There have been many attempts, most cumbersome, to return the material to software systems and their use — from the ‘license dongle’ which for a brief period in the 1990s was what granted ‘keyed’ access to expensive software systems; to the numerous attempts by creative coders and digital designers to ‘render media physical,’ by printing out sound files and physically rendering and extruding film frames. In each of these cases, the physical world interrupts (either intentionally or unintentionally) what would otherwise (dis)appear as seamless economic flow. Fragments of functionality and liquid labour vascularise exchange into the unassailable mist of atomised capital.


WINDOWS is a project by Jamie Allen and Moritz Greiner-Petter.

Special thanks to Claudia Wenger (COMPUTER + SOFTWARE) and Michi Zaugg (Plattfon).

Funded by the Department of Culture Basel-City.

Supported by the Institute of Experimental Design and Media Cultures (IXDM) / Academy of Art and Design FHNW.

Aram Bartholl

Aram Bartholl's work creates an interplay between internet, culture and reality. How do our taken-for-granted communication channels influence us? Bartholl asks not just what humans are doing with media, but what media is doing with humans. Tensions between public and private, online and offline, techno-lust and everyday life are at the core of his work and his public interventions and installations, often entailing surprisingly physical manifestations of the digital world, challenge our concepts of reality and incorporeality. Bartholl has exhibited at MoMA Museum of Modern Art NY, the Pace Gallery NY and London's Hayward Gallery as well as conducting countless workshops, talks and performances internationally. Bartholl lives and works in Berlin.

Benoît Verjat

Benoît Verjat is a designer and researcher concerned with real time interactions. In various contexts and format including performance, debate, workshop, politics or scientific research how visual representation can be summon or created at the speech speed via situated instruments? For "demo" purpose he produces "alibis" — images meant to show the specificity of the instrument — who often refer to painting, history of representation and image making techniques.

Bernhard Garnicnig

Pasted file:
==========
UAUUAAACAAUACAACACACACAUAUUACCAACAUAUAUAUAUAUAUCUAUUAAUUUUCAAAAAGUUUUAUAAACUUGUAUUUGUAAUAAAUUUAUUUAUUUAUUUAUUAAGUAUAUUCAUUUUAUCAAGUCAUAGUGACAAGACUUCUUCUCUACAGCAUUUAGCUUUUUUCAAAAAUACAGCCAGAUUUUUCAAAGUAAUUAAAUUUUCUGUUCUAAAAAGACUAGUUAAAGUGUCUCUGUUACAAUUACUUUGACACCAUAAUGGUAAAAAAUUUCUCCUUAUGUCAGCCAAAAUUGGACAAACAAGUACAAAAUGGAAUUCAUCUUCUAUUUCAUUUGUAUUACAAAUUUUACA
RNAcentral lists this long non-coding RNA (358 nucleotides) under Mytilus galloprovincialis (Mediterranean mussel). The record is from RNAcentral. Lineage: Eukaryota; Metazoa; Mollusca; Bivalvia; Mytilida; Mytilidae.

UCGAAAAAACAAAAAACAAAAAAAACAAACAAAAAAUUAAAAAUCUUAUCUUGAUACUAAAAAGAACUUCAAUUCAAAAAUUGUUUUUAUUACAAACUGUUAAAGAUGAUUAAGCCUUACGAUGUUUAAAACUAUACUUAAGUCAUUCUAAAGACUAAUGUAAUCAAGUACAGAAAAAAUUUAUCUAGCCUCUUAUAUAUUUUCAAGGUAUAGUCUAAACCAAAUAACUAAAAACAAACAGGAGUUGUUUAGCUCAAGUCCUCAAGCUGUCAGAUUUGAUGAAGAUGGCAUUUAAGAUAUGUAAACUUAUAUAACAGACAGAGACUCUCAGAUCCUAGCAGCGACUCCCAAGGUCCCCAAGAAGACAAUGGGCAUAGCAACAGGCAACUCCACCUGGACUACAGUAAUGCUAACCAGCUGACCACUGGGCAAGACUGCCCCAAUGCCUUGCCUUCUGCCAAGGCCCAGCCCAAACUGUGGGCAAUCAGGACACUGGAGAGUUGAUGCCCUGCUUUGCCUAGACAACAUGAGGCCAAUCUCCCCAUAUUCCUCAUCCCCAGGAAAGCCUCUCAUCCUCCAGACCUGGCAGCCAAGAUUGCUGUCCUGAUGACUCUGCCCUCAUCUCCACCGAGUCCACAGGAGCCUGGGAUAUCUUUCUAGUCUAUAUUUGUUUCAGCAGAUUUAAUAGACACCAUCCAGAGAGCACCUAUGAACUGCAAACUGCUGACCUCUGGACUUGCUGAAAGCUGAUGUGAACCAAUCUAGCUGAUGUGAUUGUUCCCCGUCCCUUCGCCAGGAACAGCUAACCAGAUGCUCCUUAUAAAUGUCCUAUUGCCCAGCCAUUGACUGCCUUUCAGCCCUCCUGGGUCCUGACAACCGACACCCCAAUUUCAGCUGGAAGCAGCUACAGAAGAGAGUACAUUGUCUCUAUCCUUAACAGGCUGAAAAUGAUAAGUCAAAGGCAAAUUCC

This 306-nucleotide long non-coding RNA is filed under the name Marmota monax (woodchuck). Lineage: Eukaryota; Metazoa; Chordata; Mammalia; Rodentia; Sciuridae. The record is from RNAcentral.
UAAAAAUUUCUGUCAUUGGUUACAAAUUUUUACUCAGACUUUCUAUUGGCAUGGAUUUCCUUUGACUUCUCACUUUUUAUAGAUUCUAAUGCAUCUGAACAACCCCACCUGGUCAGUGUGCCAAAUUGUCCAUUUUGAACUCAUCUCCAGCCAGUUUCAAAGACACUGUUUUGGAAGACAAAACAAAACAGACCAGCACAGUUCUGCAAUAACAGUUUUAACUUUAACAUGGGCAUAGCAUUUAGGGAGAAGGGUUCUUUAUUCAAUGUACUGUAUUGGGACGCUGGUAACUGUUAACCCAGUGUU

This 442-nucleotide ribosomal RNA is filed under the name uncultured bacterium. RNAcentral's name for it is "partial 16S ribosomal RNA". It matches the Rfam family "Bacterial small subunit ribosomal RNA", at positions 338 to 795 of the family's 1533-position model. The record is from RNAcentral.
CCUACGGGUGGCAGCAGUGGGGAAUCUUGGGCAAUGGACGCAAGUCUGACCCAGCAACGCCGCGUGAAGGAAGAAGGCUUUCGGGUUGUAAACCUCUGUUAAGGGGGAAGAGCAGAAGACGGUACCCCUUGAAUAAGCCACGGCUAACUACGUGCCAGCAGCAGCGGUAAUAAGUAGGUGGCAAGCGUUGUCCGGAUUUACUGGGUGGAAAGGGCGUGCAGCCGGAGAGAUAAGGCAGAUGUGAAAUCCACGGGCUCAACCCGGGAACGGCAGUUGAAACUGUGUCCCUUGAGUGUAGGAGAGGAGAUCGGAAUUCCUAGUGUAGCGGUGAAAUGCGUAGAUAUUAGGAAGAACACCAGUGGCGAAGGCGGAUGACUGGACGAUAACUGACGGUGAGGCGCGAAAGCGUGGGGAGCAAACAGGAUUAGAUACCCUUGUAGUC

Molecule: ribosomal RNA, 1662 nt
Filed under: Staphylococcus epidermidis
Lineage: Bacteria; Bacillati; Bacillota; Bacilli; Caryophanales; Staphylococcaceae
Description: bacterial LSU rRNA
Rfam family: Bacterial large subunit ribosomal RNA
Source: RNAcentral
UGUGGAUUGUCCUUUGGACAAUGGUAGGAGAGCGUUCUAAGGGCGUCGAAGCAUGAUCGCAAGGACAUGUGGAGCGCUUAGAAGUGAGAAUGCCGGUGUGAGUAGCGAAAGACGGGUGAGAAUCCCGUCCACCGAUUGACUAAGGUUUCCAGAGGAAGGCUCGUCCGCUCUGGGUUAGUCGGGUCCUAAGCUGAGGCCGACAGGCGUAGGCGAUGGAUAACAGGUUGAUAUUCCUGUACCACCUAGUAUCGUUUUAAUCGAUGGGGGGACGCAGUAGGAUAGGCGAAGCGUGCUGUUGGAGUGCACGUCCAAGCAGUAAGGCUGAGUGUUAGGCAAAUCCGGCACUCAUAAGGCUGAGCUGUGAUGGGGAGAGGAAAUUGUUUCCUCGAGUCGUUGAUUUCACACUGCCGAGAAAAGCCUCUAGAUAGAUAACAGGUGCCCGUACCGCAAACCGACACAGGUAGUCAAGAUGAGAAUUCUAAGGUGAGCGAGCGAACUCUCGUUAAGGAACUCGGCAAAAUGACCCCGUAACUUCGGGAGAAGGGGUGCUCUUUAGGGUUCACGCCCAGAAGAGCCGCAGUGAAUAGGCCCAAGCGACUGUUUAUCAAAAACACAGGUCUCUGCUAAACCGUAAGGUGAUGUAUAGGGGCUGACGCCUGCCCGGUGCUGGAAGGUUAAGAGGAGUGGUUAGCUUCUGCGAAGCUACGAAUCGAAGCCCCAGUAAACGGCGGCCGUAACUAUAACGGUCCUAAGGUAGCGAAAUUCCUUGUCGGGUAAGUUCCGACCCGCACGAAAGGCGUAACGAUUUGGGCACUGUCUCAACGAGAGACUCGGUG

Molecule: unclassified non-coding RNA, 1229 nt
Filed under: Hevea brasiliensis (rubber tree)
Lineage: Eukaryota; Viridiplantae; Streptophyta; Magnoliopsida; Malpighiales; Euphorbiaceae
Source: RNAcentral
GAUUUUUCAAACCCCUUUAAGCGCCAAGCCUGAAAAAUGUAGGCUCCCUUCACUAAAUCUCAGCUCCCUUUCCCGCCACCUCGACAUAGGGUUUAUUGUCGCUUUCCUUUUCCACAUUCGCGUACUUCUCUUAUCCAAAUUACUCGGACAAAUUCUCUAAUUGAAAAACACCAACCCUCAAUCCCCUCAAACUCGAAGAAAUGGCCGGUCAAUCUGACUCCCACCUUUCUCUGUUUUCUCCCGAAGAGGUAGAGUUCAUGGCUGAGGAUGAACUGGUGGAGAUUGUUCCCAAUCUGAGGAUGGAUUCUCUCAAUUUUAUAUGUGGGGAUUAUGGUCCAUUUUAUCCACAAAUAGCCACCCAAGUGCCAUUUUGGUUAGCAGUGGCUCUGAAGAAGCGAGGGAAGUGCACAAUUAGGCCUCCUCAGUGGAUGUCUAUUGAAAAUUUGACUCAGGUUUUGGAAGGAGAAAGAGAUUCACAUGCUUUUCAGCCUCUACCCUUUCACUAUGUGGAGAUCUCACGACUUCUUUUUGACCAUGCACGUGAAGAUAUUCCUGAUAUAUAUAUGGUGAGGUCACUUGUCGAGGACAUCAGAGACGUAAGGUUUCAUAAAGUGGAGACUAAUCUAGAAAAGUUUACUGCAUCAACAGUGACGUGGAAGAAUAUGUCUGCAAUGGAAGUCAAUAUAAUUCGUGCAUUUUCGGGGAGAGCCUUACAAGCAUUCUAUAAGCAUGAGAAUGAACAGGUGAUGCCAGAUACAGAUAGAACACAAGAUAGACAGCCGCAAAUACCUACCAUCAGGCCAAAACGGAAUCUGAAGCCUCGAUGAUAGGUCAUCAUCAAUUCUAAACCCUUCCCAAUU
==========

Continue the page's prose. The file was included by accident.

Bernhard Garnicnig currently works on building emancipatory institutional and corporate surfaces as structures of aesthetic collaboration and political agency and on earnest attempts at making paradoxical things work to see what happens. He is the current Very Artistic Director of the Palais des Beaux Arts Wien, a historic site for futuristic art; he co-founded continent., a journal and publishing collective for thinking through media and the Bregenz Biennale, a festival for ephemeral public art in the town he was born. He is the director of Supergood, a lifestyle brand and catering service that exists in the ambiguous space between product and performance.

Ciara Phillips

Ciara Phillips uses printmaking and other forms of making – photography and textiles - as a way to instigate discussion around current social and political concerns. Her artworks combine the bold graphic language of printed forms of public address (such as informational posters and billboards) with more intimate visual imagery including photographs of her friends at work, and objects that surround her. Phillips often creates context-specific installations that foreground exhibition spaces as places for collaborative thinking and working. In her ongoing project Workshop (2010 – ) she transforms galleries into a spaces of simultaneous production and display which she invites others (artists, designers, community groups, children) to collaborate with her in making new artworks. Phillips has exhibited widely internationally and in 2014 she was nominated for the UK's Turner Prize.

Constant Dullaart